Chemokine and cytokine regulation in cocultured cells. We assessed the mediators secreted by cells in monoculture and coculture by performing multiplexed cytokine assays on conditioned media samples. Of the 32 proteins examined, 27 were detectable at the limits of sensitivity of this assay (1 pg/mL; Table 1). The chemokines and cytokines that were most abundant (≥50 pg/mL) in the monocultures were CCL2, CCL3, CCL4, CCL5, CCL11, CXCL1, VEGF, IL-1β, and IL-13. Those that increased in the cocultures based on the criterion of at least a 2-fold increase in concentration relative to that of the monocultures were CCL2, CCL3, CXCL1, CXCL2, VEGF, IL-15, IL-18, granulocyte colony stimulating factor, granulocyte-monocyte colony stimulating factor, tumor necrosis factor-α (TNF-α), and leukemia inhibitory factor (LIF; Table 1). The majority of these were undetectable in monocultured cells, indicating that the cytokines expressed basally were distinct from those regulated by cell-cell interactions. Although LKR-13 cell densities increased by ∼50% in coculture, this was far less than the increases in cytokine concentrations. For example, KC increased 9-fold to 20-fold in the cocultures and IL-18 increased 10-fold to 44-fold ( Table 1), indicating that the changes in LKR-13 cell density cannot account for the changes in these cytokine concentrations.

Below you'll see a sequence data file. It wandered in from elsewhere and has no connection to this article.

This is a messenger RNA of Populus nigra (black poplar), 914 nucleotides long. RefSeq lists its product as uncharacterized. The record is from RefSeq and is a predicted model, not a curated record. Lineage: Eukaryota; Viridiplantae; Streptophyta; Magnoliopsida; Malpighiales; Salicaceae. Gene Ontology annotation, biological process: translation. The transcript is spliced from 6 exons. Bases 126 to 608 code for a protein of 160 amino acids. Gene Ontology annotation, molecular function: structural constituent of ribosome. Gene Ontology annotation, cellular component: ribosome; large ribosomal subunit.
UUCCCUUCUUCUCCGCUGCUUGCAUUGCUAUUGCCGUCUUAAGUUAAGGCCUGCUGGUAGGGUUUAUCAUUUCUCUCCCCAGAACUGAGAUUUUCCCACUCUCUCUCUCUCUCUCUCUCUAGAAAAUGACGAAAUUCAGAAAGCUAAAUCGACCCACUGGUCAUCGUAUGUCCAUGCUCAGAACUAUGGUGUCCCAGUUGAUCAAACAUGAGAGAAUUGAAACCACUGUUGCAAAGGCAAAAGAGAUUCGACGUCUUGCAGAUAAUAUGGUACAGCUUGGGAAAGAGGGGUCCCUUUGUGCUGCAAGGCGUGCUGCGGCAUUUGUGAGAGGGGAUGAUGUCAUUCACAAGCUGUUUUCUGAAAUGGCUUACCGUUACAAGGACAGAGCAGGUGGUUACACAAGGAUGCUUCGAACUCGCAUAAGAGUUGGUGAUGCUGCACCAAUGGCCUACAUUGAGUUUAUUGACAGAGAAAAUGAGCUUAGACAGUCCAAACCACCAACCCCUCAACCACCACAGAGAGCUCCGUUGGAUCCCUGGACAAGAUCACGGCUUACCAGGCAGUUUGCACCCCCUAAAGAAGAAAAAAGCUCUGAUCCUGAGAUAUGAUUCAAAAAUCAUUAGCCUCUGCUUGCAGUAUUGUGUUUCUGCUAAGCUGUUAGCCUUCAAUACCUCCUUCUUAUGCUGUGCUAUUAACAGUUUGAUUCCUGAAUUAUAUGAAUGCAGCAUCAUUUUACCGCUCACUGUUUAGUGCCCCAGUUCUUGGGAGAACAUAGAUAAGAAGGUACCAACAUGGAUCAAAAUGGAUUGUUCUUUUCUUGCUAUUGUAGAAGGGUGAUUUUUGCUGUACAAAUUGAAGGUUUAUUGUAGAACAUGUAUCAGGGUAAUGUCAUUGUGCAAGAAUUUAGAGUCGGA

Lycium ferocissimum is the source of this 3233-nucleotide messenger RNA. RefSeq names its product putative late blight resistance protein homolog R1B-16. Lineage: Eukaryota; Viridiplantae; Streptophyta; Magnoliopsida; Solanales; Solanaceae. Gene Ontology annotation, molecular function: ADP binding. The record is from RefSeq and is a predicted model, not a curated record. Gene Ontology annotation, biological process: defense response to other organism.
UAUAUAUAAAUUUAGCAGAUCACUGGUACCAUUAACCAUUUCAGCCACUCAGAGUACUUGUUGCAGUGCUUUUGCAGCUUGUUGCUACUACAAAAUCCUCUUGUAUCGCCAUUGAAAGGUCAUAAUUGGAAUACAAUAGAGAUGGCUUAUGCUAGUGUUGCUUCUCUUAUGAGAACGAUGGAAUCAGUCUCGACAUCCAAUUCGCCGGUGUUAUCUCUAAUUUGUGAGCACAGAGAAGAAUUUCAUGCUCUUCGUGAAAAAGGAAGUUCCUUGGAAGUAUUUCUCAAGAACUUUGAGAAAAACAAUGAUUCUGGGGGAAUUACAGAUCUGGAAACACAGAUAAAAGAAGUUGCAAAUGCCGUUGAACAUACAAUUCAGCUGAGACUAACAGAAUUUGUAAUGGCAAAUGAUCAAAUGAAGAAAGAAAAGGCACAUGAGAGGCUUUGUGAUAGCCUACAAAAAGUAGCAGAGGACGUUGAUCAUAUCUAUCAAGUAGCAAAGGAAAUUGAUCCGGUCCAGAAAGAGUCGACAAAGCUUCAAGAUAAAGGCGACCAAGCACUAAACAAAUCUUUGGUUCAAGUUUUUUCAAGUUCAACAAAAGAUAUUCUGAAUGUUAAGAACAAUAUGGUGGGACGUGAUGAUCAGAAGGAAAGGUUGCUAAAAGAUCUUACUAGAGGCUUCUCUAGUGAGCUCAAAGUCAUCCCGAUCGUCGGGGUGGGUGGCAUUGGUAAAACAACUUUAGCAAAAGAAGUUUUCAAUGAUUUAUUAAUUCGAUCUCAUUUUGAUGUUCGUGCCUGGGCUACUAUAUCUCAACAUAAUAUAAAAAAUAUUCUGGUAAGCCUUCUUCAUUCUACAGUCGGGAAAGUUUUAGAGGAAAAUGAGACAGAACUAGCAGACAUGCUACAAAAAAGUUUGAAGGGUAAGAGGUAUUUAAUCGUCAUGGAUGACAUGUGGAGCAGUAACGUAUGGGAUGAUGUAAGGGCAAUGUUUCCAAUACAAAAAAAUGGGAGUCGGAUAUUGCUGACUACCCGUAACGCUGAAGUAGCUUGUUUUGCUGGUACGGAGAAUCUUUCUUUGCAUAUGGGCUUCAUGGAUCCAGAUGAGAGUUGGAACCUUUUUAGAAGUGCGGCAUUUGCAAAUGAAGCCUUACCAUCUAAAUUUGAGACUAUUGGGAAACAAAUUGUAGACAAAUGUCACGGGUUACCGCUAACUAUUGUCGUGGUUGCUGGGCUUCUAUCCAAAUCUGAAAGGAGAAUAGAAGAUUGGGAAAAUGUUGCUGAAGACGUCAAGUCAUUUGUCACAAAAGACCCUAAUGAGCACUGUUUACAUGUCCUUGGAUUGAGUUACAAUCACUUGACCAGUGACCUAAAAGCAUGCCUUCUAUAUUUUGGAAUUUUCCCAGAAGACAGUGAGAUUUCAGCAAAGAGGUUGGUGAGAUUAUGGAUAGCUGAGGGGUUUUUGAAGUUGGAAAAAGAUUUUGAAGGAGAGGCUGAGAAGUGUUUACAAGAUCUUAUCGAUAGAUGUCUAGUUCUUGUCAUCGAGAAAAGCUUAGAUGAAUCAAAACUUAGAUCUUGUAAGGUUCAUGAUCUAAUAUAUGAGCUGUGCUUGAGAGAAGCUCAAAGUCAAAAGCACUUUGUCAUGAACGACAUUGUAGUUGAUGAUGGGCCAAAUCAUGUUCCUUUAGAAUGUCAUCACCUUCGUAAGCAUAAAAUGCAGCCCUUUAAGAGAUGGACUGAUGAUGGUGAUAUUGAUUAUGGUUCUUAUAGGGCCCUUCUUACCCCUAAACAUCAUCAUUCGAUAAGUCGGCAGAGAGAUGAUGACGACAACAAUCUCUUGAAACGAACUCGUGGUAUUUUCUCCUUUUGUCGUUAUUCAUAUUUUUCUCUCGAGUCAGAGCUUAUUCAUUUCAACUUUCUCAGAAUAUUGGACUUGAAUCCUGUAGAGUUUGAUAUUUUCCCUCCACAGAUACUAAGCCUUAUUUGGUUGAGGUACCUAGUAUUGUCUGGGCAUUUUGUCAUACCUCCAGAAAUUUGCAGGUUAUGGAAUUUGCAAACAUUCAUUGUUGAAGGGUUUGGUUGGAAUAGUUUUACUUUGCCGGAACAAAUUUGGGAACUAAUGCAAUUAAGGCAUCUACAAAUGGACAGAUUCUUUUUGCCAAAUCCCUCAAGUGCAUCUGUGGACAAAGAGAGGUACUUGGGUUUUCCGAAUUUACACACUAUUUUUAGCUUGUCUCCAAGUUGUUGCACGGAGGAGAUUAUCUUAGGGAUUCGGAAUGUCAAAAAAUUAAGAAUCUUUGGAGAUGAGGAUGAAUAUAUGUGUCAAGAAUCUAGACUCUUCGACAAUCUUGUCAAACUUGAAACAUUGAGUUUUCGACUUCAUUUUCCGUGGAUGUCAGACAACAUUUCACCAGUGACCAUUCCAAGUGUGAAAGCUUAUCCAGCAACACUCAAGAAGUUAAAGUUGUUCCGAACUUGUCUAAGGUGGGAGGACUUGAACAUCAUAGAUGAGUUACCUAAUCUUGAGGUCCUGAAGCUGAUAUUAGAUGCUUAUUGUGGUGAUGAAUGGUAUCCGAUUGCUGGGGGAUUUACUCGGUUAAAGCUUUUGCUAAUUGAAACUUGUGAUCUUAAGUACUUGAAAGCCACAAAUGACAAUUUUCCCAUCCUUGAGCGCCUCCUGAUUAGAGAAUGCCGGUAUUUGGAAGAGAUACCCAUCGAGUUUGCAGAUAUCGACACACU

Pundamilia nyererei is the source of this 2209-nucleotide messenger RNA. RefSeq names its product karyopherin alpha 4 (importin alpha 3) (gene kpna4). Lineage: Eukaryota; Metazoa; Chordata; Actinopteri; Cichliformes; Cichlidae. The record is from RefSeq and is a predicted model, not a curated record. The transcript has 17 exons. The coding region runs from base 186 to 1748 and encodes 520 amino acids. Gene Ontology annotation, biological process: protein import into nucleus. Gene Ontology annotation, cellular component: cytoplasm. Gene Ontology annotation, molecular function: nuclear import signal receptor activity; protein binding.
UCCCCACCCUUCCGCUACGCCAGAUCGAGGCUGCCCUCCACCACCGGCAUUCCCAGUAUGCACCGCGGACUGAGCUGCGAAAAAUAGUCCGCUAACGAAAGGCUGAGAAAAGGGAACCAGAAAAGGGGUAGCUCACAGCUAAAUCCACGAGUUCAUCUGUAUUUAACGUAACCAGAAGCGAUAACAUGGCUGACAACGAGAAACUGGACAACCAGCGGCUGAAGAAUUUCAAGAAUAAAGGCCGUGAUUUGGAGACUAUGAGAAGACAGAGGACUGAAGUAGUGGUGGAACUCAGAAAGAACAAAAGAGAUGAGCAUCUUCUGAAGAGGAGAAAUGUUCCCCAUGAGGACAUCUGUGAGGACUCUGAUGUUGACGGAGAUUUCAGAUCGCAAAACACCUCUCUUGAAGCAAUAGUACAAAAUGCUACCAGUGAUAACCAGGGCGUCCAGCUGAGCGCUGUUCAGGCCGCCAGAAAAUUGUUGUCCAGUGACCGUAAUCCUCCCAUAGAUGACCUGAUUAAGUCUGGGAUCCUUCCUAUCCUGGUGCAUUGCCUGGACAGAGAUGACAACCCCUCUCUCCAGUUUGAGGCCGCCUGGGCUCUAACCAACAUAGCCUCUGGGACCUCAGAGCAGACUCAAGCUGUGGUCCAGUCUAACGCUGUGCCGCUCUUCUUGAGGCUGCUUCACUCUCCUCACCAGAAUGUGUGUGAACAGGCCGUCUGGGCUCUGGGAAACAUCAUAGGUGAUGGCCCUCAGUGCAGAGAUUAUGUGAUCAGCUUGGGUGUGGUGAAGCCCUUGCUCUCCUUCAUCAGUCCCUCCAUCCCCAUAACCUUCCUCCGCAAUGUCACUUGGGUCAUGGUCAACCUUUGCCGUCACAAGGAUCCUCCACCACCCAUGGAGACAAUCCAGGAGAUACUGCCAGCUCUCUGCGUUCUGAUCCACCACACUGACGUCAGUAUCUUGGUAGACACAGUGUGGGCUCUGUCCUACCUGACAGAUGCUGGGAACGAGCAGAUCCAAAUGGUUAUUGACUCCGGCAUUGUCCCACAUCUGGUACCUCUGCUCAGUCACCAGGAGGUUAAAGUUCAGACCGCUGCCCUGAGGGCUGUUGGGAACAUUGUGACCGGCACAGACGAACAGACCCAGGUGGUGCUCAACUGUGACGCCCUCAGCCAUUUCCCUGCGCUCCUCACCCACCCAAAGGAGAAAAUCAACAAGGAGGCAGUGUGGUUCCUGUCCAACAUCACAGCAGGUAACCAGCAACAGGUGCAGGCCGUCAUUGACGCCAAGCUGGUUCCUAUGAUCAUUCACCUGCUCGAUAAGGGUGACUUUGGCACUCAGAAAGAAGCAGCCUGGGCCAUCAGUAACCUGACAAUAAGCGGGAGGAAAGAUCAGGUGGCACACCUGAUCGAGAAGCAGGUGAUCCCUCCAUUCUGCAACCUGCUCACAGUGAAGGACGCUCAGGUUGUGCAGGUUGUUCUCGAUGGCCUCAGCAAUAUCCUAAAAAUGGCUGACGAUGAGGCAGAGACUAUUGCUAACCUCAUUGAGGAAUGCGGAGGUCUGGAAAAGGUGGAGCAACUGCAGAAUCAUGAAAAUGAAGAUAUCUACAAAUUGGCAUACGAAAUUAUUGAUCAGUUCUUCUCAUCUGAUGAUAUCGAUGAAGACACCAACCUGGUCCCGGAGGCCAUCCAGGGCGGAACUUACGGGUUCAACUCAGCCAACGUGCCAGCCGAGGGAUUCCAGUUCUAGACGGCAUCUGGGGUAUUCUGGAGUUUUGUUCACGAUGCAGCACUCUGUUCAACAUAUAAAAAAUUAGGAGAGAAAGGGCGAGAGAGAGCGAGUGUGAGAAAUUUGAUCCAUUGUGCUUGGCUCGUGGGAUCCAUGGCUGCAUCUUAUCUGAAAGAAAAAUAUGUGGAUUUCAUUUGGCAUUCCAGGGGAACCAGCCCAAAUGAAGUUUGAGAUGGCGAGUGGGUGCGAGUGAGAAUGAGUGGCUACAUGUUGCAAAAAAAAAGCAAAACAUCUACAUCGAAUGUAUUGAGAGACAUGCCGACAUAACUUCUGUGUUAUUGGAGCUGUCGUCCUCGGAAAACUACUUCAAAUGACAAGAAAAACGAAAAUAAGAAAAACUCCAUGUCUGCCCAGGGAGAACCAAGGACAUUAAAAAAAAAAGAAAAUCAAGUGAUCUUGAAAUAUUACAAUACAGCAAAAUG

Regulation of extracellular matrix proteins, cell adhesion molecules, and proteases in cocultures. To further assess the spectrum of biological processes in the cocultures and the secreted proteins that mediate these processes, SIL-AC assays were performed on conditioned media samples obtained from the three coculture experiments. The secreted proteins were profiled, and the relative abundance of each protein was compared in monoculture and cocultures. A total of 299 proteins were isolated and sequenced from the three experiments (83 in MHS/LKR-13, 82 in MEC/LKR-13, and 134 in MLg/LKR-13), 181 of which were found to be unique proteins (Supplementary Table S1). Examples of the MS/MS spectra obtained from the SIL-AC assays are illustrated in Supplementary Figs. S1 to S4. These proteins did not include any of the cytokines identified by the multiplexed antibody assays ( Table 1) because the lower limit of sensitivity for SIL-AC is ∼1 μg/mL, which exceeded the concentrations of cytokines identified by the multiplexed antibody assays ( Table 1).